Rights defender Alexeyeva calls for punishing religious activists who vandalized sculpture exhibition in Moscow

Prominent Russian human rights defender and head of the Moscow Helsinki Group Lyudmila Alexeyeva believes the radical Orthodox activists who vandalized a sculpture exhibition at Moscow's Manege exhibition hall should be punished.

"I believe what happened is absolute obscurantism," Alexeyeva told Interfax on Saturday.

Interfax had said earlier that several activists led by Dmitry Tsorionov, the leader of the God's Will movement, had ransacked an exhibition called 'Sculptures We Don't See' at Manege on Friday evening. The attackers damaged several sculptures, saying that the exhibits insulted the feelings of true believers.

The exhibition displayed works by prominent Soviet avant-garde sculptor Vadim Sidur.

"The destruction of publicly displayed art works is hooliganism and vandalism. This needs to be punished. Otherwise, they'll end up coming to the Tretyakov Gallery and cutting paintings depicting nudity or something like this," Alexeyeva said.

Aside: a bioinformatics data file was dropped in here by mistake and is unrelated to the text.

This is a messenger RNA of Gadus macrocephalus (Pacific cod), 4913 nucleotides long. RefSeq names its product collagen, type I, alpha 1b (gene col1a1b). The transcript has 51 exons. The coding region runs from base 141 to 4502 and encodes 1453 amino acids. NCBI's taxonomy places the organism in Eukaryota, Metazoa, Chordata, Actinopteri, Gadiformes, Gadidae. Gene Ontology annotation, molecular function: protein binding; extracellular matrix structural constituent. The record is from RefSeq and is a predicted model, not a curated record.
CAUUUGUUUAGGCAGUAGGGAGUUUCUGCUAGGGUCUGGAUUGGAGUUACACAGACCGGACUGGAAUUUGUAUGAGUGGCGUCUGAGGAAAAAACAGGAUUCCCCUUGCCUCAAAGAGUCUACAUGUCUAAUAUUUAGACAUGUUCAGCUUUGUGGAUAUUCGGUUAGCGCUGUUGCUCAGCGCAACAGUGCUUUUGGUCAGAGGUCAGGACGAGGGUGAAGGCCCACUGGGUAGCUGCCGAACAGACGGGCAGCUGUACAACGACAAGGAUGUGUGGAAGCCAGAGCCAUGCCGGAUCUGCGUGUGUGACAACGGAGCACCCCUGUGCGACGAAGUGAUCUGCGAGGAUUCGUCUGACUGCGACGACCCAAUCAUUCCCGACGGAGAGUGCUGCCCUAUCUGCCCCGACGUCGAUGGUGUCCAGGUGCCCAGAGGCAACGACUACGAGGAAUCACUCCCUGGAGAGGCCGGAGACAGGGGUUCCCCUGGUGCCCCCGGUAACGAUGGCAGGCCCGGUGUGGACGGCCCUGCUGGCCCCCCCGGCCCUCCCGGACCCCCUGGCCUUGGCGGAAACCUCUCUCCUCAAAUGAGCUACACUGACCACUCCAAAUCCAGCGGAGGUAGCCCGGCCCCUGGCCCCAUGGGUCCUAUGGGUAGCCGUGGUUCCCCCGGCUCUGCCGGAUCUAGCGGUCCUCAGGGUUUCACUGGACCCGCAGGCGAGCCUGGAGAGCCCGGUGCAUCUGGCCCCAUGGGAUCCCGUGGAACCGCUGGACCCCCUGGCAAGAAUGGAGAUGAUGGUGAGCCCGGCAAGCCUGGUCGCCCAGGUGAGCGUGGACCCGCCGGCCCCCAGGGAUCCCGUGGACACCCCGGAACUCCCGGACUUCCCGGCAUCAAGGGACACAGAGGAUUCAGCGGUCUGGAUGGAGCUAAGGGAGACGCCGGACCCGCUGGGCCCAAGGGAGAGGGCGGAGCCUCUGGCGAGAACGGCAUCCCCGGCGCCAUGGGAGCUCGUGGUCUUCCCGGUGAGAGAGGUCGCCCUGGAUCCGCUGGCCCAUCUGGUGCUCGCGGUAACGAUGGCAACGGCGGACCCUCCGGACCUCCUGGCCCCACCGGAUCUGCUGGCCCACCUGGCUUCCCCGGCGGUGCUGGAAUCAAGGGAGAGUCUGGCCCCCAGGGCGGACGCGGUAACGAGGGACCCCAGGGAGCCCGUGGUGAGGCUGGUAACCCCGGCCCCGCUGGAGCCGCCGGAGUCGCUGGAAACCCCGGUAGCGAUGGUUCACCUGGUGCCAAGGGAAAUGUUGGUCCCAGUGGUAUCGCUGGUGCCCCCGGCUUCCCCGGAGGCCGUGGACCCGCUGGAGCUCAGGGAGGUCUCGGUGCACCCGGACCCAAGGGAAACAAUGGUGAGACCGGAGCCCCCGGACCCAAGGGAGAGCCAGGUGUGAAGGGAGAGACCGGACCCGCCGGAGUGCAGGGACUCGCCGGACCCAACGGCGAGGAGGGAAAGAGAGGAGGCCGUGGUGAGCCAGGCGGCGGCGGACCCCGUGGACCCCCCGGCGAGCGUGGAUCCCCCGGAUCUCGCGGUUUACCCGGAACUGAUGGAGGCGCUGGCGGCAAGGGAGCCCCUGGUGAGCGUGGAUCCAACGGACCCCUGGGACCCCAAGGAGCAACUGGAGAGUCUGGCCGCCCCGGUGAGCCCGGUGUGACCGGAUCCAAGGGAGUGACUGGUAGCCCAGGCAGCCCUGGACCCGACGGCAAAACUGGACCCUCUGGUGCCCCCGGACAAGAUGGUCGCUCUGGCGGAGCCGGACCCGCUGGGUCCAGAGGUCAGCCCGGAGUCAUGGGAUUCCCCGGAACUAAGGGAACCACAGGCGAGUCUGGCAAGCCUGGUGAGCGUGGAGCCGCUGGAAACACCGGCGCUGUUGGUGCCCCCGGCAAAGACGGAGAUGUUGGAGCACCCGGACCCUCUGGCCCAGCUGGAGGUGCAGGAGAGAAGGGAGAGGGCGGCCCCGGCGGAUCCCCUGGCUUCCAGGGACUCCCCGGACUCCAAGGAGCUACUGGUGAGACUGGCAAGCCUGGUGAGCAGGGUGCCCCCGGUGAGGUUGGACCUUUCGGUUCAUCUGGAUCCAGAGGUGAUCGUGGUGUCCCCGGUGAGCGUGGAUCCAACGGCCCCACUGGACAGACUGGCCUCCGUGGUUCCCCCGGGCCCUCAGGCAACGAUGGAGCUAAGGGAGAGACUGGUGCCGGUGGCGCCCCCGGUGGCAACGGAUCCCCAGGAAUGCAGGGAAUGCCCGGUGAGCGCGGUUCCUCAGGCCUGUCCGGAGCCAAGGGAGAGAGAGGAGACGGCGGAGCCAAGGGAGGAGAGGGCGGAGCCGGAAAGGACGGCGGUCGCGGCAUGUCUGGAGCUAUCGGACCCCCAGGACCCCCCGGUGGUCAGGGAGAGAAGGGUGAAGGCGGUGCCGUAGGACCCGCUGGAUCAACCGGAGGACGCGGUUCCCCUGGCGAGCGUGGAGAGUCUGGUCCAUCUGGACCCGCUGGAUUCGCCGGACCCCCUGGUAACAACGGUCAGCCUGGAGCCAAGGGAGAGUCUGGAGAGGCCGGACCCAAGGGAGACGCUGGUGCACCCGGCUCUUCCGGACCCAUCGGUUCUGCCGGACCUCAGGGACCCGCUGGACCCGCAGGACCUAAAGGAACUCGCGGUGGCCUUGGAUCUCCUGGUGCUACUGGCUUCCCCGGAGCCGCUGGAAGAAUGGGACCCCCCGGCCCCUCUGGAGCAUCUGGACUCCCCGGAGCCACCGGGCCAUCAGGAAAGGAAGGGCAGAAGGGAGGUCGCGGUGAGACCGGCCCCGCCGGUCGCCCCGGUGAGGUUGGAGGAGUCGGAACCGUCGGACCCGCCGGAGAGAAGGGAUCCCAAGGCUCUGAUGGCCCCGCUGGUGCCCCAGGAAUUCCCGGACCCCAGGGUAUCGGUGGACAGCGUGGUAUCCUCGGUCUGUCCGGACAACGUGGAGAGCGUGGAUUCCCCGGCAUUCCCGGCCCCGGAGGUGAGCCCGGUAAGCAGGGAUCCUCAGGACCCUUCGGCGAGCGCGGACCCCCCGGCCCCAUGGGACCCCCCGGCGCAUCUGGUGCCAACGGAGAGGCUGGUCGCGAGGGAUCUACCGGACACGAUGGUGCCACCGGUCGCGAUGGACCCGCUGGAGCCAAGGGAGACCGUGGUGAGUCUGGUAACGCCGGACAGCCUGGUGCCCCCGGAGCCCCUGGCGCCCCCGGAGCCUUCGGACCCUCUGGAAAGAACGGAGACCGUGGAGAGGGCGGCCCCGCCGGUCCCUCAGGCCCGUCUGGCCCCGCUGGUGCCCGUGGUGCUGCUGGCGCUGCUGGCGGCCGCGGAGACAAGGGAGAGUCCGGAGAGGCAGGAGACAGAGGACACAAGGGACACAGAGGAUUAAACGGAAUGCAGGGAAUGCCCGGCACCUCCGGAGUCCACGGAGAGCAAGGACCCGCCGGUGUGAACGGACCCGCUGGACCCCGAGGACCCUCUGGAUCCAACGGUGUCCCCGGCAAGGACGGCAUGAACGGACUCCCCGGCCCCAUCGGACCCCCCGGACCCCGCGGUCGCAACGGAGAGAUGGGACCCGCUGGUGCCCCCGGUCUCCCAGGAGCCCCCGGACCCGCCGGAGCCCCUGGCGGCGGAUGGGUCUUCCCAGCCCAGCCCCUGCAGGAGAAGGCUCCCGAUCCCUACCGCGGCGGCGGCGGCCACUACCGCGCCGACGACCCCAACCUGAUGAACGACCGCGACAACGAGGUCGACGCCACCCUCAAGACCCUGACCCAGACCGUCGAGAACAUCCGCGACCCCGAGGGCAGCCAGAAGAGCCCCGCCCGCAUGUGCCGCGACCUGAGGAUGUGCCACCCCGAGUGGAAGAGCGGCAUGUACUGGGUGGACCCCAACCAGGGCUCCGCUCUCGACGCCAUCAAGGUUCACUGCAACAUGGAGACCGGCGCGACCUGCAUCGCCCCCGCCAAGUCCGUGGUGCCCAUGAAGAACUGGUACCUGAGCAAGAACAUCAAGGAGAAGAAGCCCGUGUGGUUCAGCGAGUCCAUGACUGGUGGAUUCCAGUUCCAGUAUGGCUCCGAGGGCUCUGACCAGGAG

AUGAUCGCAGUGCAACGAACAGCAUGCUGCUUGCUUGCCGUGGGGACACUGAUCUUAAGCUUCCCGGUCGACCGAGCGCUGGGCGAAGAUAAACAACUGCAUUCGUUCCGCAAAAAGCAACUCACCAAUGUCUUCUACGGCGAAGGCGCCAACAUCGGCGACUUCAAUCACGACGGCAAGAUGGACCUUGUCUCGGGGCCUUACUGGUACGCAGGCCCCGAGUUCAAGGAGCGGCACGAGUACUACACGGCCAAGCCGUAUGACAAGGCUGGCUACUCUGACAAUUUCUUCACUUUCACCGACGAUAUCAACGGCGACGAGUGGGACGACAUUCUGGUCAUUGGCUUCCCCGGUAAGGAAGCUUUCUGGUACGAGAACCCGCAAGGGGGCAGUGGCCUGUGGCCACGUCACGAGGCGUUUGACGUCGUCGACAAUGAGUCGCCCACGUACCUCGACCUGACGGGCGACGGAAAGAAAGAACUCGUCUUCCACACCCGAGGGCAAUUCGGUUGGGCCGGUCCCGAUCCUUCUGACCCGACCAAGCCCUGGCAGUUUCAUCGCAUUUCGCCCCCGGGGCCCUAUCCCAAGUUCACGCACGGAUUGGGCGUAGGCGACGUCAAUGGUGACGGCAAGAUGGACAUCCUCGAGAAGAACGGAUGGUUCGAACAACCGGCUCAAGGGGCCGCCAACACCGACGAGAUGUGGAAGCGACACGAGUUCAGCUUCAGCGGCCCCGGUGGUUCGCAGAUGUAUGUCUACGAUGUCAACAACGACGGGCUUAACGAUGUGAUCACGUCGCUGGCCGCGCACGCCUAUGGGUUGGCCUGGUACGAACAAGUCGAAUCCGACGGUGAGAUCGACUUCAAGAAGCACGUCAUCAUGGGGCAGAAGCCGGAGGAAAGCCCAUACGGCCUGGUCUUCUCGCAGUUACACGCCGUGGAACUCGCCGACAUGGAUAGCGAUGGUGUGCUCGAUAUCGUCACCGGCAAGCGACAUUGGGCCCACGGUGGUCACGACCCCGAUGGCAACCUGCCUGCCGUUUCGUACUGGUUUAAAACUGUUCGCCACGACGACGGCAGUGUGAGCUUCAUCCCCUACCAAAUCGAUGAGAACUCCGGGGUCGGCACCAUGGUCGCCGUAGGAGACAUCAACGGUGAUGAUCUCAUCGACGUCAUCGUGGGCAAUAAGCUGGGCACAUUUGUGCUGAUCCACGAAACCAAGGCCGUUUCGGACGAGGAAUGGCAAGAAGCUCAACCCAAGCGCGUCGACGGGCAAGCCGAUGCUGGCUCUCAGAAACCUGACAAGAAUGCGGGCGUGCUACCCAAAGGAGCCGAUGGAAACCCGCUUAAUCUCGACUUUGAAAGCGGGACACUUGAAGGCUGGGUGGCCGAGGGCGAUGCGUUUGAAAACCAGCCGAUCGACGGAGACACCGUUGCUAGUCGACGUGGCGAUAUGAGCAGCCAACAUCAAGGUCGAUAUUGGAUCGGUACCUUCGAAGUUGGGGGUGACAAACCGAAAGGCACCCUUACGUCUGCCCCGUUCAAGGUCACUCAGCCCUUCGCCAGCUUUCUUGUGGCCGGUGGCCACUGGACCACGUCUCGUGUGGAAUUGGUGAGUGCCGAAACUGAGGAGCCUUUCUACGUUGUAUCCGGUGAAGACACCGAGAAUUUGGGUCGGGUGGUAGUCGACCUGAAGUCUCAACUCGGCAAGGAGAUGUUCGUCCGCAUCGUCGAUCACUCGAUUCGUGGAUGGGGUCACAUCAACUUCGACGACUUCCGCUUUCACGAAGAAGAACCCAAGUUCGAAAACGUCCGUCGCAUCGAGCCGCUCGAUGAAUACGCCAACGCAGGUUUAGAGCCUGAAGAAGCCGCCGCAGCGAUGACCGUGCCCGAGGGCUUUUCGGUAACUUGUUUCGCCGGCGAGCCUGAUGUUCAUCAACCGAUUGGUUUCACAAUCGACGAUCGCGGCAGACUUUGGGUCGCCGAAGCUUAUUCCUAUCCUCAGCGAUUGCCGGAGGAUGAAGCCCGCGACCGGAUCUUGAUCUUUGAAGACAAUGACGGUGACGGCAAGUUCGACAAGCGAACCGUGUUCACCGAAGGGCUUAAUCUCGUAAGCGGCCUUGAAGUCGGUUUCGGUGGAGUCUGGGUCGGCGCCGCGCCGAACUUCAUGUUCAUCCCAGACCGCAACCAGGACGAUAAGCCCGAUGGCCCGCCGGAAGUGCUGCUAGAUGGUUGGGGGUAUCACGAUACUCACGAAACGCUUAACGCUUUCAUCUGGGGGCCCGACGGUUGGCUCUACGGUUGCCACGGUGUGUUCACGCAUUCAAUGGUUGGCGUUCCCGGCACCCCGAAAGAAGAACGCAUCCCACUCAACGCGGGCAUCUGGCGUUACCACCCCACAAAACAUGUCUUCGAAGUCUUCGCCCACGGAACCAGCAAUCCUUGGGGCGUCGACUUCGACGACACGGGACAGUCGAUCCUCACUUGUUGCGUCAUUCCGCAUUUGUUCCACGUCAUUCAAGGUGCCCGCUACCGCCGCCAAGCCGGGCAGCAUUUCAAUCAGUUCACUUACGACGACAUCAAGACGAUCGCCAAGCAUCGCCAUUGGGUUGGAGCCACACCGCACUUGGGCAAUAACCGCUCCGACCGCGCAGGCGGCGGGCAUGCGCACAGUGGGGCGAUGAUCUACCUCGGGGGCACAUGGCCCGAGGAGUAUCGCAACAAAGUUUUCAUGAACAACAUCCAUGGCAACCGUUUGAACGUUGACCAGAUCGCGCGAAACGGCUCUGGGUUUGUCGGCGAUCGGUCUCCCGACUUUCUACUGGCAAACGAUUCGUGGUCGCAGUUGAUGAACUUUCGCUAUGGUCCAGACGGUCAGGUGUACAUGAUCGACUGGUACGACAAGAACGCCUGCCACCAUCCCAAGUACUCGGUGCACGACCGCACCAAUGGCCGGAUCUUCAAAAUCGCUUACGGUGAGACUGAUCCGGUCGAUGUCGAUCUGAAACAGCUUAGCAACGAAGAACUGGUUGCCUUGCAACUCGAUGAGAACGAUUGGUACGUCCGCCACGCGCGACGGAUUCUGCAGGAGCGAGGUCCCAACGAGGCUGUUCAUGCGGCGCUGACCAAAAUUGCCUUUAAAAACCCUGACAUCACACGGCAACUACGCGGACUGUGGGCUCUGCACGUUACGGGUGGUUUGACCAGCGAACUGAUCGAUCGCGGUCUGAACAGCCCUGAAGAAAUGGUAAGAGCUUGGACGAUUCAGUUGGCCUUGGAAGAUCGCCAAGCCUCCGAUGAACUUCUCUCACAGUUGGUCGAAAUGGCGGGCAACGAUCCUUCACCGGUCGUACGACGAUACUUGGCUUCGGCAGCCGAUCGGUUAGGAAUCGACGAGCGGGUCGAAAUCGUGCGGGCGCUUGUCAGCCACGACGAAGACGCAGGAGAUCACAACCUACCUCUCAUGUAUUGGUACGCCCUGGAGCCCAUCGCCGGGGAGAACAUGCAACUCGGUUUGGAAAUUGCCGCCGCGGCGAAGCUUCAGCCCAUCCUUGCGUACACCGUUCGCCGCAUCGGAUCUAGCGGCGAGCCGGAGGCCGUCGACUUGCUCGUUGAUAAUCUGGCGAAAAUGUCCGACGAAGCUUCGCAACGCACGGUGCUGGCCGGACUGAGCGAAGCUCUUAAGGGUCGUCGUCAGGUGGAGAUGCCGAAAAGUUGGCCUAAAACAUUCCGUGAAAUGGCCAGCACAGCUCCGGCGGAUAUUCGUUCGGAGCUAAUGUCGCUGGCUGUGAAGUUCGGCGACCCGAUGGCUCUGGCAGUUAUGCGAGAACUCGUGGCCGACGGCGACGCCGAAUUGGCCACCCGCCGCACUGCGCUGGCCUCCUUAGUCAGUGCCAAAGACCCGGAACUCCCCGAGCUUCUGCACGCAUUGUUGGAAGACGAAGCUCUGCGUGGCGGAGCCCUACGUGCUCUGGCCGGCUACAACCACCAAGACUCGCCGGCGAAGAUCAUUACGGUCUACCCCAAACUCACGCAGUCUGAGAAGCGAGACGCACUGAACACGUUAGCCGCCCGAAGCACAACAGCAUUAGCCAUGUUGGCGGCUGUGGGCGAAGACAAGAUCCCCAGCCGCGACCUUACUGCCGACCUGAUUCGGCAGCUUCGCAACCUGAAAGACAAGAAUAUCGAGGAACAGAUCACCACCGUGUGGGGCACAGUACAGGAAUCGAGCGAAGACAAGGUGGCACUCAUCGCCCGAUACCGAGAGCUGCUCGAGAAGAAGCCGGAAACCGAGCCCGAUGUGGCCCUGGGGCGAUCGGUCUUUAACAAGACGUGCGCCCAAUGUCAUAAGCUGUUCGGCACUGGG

Eduard Limonov, a writer, an opposition activist, and the leader of the unregistered party The Other Russia, told Interfax on Saturday that, while he objected to ransacking exhibitions, he did not think the religious activists should be punished too severely.

"It shouldn't be allowed to attack exhibitions. Otherwise, what will we end up in? Some groups of citizens shouldn't be engaged in censorship," Limonov said.

At the same time, Limonov, whose supporters are known for a number of radical political actions, said: "I am not on the repressive part of society, and it never occurred to me to demand some punishment."

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